I attended Thingmonk last week and it (as always) is one of the best annual conferences I attend. The quality of the curated content is of such a high quality, that at times I wonder if I’m even allowed in the room (I blame James Governor for being too good at curation).
Update: The Monkigras conference is 28–29 Jan 2016 and is my favourite event of the year — buy tickets here
Lots of thoughts sprung out of it around IoT, so without too much long boring context or conversation, I thought I’d jot them down.
Great food makes for great conferences (not an IoT thing… but I thought I’d mention it)
For the enterprise companies, the words “Predictive Maintenance” are where it’s at for IoT. Makes sense for high value assets like aircraft but not for low value assets.
IoT projects that use wifi as the basis for connection are asking for trouble, so just don’t do it! (HT Yodit Stanton)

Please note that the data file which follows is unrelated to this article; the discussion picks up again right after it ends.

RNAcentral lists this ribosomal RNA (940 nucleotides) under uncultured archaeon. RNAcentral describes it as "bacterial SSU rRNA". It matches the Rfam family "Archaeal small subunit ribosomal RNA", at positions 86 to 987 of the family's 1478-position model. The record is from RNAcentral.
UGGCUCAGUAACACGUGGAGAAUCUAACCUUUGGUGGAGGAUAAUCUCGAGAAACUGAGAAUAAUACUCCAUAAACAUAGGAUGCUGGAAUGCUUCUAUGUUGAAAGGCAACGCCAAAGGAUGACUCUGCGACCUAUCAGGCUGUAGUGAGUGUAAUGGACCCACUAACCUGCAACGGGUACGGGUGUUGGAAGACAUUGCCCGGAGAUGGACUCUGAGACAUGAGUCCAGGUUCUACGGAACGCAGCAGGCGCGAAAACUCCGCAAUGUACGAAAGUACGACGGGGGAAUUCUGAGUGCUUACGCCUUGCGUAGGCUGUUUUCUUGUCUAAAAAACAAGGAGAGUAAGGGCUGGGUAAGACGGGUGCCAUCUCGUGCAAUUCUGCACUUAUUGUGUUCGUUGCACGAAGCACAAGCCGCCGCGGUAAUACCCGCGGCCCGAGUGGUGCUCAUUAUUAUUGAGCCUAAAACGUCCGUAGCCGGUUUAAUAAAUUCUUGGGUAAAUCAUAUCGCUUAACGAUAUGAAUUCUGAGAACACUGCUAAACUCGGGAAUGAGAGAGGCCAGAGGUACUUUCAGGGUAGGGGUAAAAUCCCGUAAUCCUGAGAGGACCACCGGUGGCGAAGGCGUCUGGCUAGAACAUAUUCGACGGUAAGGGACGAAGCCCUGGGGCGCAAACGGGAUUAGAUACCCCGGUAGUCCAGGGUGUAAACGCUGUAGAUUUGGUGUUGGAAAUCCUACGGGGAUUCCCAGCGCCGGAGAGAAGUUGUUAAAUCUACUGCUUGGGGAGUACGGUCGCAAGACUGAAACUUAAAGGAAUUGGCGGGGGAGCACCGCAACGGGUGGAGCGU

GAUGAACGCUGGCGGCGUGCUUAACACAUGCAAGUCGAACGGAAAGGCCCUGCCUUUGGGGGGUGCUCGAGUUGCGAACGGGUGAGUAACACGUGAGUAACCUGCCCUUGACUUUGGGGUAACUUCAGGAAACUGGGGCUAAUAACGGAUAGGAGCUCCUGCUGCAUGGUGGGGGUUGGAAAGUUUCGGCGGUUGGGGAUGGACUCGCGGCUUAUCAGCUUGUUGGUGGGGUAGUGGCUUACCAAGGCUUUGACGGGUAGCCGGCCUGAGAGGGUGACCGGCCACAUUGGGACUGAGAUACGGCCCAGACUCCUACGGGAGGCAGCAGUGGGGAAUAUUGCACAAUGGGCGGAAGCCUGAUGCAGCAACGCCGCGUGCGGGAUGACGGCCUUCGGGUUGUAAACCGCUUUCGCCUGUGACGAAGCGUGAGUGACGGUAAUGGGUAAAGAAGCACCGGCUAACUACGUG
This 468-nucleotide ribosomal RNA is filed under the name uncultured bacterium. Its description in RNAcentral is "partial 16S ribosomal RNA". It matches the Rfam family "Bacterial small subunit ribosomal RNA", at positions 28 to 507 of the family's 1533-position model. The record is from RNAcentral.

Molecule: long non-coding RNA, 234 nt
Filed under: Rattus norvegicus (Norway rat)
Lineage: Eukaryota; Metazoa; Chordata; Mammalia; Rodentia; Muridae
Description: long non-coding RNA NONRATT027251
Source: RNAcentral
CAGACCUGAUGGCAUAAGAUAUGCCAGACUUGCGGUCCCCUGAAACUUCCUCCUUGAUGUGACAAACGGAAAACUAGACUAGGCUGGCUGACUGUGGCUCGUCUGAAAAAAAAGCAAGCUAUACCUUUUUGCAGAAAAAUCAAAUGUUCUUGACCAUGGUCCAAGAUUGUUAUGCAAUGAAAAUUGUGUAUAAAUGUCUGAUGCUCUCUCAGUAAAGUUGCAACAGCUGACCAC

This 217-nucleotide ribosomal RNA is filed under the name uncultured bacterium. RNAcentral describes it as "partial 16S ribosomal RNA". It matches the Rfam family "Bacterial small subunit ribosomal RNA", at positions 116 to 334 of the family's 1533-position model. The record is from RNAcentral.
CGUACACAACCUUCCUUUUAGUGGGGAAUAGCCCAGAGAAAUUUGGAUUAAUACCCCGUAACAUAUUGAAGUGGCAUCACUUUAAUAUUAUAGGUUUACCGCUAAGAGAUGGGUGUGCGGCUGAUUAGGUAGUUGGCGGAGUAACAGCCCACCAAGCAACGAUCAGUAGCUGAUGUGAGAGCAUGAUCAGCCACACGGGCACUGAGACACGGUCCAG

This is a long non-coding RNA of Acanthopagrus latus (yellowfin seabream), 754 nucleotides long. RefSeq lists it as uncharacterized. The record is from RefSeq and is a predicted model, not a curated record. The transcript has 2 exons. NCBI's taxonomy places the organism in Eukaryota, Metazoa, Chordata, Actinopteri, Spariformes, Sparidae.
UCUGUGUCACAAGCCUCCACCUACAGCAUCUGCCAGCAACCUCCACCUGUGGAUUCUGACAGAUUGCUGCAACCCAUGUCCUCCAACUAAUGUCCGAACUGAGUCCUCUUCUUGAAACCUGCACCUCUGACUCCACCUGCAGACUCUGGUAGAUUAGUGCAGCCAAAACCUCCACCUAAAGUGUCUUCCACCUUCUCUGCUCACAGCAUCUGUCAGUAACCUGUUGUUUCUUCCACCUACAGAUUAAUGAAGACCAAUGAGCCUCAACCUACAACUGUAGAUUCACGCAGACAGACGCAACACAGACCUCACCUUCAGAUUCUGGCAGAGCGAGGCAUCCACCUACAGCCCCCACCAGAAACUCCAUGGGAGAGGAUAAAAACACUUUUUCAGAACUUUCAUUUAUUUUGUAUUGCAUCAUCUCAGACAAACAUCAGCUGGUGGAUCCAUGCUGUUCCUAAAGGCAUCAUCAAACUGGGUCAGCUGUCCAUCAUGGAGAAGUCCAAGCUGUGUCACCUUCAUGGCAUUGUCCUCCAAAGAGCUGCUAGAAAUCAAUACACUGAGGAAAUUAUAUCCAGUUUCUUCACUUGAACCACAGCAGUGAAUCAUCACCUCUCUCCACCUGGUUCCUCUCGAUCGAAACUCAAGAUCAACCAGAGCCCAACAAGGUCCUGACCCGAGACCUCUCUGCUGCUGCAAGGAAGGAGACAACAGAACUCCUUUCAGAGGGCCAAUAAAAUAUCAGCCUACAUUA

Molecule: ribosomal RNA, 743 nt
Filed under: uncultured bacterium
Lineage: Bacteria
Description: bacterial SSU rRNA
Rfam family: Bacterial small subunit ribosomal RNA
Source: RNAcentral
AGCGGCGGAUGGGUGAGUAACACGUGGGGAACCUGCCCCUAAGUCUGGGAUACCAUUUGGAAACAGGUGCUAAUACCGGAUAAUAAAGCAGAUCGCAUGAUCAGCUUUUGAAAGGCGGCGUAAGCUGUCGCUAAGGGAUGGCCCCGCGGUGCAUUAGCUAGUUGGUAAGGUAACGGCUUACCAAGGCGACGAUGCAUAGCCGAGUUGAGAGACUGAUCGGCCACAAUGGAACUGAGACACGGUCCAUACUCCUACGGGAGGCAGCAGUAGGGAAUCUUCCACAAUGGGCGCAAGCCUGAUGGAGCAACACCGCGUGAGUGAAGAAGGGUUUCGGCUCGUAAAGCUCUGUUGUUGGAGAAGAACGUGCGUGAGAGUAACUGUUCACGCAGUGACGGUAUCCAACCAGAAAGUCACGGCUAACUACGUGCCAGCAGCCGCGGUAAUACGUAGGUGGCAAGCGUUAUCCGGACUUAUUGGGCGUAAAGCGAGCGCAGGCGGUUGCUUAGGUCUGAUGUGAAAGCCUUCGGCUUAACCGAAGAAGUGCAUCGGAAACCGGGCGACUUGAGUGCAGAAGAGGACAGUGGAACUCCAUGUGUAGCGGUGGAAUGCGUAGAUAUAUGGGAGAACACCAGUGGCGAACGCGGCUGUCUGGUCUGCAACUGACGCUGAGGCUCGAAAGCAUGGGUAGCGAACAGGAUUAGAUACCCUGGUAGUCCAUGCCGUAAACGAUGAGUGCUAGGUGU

Using VW as an “exemplar” of how to do IoT things, is probably a bad idea for the foreseeable future (because defeat devices).
IoT prototyping = Raspberry Pi (obvs)
Nuclear power doesn’t scale (note: it does work though), and China is currently building the equivalent of 70 nuclear power stations in solar… which is awesome.
Powering stuff with hydrogen is pretty amazing and it is possible to generate hydrogen using solar, so stuff the naysayers saying it needs lots of carbon… it doesn’t! (HT Andy Stanford-Clark)
There is a BIG problem with data security with IoT that is yet to be resolved. Trusting who has data is a problem, as is device security and maintenance.
Smart Cities is a big thing (don’t like the term, but hey ho), but it’s also a scale problem too. IMHO One city is a good prototype, but it’s not a commercial proposition on it’s own (in reality).
Access to data is genuinely the key to analytics. If data is kept private or hidden, then you can’t generate value for anyone out of it.
High value assets are where you can make money on IoT and analytics. Unfortunately, high value assets require long sales cycles and that is out of reach of most startups. Accelerators in this space need longer cycles than the norm.